“…the forest throbs with the water-blood heartbeat of twigs… On sun-happy
branches, systole and diastole surge and draw back, the forest’s subsonic hum.”
I recorded microscopic variations in the width of a maple twig. Daily, the twig’s diameter grows and shrinks as water flows through its vessels. I turned this slow pulse into sound by converting the diameter of the twig into a note played on an electronic piano. The fatter the twig, the higher the note. In the changing pitch of the piano you can hear the twig’s daily cycle. Many thanks to Jonathan N. Middleton and his team at Eastern Washington University whose MusicAlgorithms I used for the data-to-sound conversion:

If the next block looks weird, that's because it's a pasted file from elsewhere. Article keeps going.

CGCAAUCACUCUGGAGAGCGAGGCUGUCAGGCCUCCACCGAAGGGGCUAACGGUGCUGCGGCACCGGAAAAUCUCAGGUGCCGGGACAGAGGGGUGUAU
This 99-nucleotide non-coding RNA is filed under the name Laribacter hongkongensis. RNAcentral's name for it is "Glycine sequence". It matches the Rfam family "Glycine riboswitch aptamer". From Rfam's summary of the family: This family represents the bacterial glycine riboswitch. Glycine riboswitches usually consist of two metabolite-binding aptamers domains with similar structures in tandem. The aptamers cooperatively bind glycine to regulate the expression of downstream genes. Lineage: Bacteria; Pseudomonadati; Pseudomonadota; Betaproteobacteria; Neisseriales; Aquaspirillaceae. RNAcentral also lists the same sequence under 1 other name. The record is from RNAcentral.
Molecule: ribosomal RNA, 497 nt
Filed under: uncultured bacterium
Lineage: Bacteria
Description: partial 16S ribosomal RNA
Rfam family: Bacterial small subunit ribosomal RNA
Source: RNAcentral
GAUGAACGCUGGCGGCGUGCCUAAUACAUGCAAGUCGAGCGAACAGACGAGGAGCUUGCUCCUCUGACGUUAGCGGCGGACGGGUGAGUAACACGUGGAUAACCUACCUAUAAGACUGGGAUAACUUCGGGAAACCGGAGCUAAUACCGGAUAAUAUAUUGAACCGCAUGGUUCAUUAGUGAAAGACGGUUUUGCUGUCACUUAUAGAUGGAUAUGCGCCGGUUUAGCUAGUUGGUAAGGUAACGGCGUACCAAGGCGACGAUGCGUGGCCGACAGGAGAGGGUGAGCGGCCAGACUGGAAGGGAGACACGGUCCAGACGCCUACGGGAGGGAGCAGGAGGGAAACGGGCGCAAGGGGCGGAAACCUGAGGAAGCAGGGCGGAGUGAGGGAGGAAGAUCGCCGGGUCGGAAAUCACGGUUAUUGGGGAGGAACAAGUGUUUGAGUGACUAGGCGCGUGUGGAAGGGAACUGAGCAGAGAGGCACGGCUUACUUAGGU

One 24 hour period (May 5th, midnight to midnight), one note for every 15 minutes of the day, played on chromatic scale in C. The twig is full of water at midnight (high notes), then shrinks after sunrise as water starts to flow and draws the twig inward (lower notes). Last, the twig rehydrates in the evening and early nighttime (notes rise again):
The same as above, but played on a blues D scale:
A multi-day sequence, April 28th to 17th May, one note for every two hours. The overall pitch increases because in addition to its daily pulse, the twig is adding new wood each day, getting wider:
The same sequence, but with one note for every 15 minutes. I cranked the tempo to 240 beats/minute. Because some hours are sunnier than others, the change in pitch is not perfectly smooth:
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